Every school year, I teach a unit called “Ability Awareness.” Making students aware of each other’s different abilities helps us to be better citizens and leads to a more positive and inclusive school climate. This awareness leads to empathy and a deeper understanding of our peers’ individual learning needs resulting in a sense of belonging, community, and value within our school community. This unit is also an opportunity to address misconceptions around various disabilities. In the words of Winston Churchill, “Diversity is the only thing we all have in common. Celebrate it every day.”
Sight Reading Braille
This year, I want to introduce my students to the basics of the Braille alphabet. First, my student teacher, Tyler Villez, and I provided students with background information on Louis Braille and how he invented a form of written language for people with visual impairments, called Braille. We explained to them that Braille is a written language in which characters are represented by a pattern of raised dots felt with the fingertips. Our students know that Braille, as well as augmented print and audio, are the ways students with visual impairments access subject matter at school.
We first teach our students how to read the Braille alphabet by looking through a fun Braille scavenger hunt game. The “Fitness Braille Alphabet” poster I used in the game can be found here. https://www.teacherspayteachers.com/Product/Braille-Alphabet-Fitness-9261345. We placed all 26 Braille alphabet posters on a cone and spread them around the gym.
We then gave students index cards with the words, written in Braille. The students had to race around the gym trying to identify each Braille letter in the word, referring to Alphabet Fitness’s Braille poster. Once they find a suitable letter, they will do an exercise on the poster that corresponds to that letter. For example, if they know that the first letter of their word is L then they must do 5 lunges before continuing. When they find all the letters of the word and do all the exercises, they have to race with me and tell me the word that the letters spell (each word is the name of a vegetable). If they are right, they will get another word. The pair with the most complete words “wins” the game but the real win is in students experiencing a different way of reading using Braille. Students learn that having a visual impairment doesn’t mean they can’t read, they just do it differently. Just as the word ‘disabled’ does not mean incapable. My intention for this activity is not to teach the entire braille code but rather to raise awareness at the introductory level.
Write in Braille
Another game we played focused on introducing students to Braille writing. Students use this blank alphabet template, with the Braille Alphabet Fitness card on top, and run around the room trying to find and fill in every cell in the alphabet. Once they find the next letter in the alphabet, they must do the exercise on the poster before moving on to the next letter. It is a great assessment tool and students should take it home with them.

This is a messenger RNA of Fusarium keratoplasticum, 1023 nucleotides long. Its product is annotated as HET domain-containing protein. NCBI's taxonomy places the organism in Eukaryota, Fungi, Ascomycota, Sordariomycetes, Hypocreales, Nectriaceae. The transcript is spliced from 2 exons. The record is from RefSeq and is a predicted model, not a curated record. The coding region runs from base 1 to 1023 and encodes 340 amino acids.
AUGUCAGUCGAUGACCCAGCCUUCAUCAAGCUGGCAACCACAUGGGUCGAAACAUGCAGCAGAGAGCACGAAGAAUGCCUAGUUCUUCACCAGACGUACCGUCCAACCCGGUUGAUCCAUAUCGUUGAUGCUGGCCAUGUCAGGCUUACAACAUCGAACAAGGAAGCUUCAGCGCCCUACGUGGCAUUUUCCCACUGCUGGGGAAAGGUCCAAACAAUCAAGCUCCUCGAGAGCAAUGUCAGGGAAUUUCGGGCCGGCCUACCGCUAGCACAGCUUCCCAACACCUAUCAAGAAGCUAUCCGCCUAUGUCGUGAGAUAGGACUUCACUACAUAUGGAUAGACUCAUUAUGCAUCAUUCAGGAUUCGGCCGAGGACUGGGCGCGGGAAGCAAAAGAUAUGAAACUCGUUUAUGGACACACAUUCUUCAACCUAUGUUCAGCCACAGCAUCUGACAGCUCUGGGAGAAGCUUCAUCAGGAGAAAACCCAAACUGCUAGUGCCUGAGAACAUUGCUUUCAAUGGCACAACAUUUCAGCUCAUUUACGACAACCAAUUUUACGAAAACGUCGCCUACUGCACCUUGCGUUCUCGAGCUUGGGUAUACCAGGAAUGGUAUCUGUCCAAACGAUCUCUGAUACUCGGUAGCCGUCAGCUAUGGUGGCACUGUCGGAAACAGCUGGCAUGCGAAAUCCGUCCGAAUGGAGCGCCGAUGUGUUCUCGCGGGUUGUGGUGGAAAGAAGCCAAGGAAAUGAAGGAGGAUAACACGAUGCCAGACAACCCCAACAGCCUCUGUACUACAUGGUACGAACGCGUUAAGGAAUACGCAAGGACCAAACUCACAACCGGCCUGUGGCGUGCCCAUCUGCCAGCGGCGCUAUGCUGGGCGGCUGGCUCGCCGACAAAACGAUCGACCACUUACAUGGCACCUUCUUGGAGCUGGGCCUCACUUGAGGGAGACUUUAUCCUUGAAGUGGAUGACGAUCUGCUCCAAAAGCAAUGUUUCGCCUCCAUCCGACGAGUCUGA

Many students report to me that they use the pre-configured Braille alphabet keys to write letters to their friends. They love using it because their siblings and parents can’t read the letters because they don’t know the Braille alphabet!
Read Braille by Feeling
My favorite game is when my student teacher and I cut egg cartons in half and use them as blank cells to make letters in Braille.
We use ping pong balls as embossed Braille dots. A partner will run to the right side of the gym and create Braille using an egg carton and a ping pong ball. They can choose any letter they want. Their partners would do the same across the gym. After they both finished writing the letter with the ping pong balls, they both had to cover the egg carton with a yoga mat so their partner couldn’t see it. They would then race and switch sides with each other, slip their hands under the yoga mat, and by feeling for a ping pong ball, decipher what letter it was. (Leave the key next to the egg carton for students to use as reference). When they thought they had found which letter, the two of them had to meet in the middle of the gym. Each pair will take turns guessing their letter. If correct, they can do 3 sit-ups to celebrate. If they get it wrong, give your partner a high five and tell them “Nice try!” Then the partner will guess. When finished, they can play again.
We also play the site said relay race. Teams of two people will be given a word of 4-5 letters. The goal is for students to be able to make each letter of the word Braille using an egg carton and a ping pong ball. On ‘go’, they had to slide to the other side of the gym and make the first letter of the word, then slide back. Next, their partner will go down and make 2t letters in the word and scooter back. They will continue this pattern until they have finished all the words. After each team has finished their words, they must perform synchronized team crunches until all other teams have finished making their words. Teams earn one point per synchronized sit-up they perform in each round.
My students really enjoy learning about Braille and playing games that expose it to them. By increasing students’ awareness of different abilities, we provide opportunities for students to learn from one another. They develop understanding, acceptance and empathy and help create a positive and inclusive school environment for all.
This is a great resource to help teach students Braille. https://hadley.edu/workshops/learn-basic-braille-by-sight-reading-series/braille-reading-by-sight-letters-aj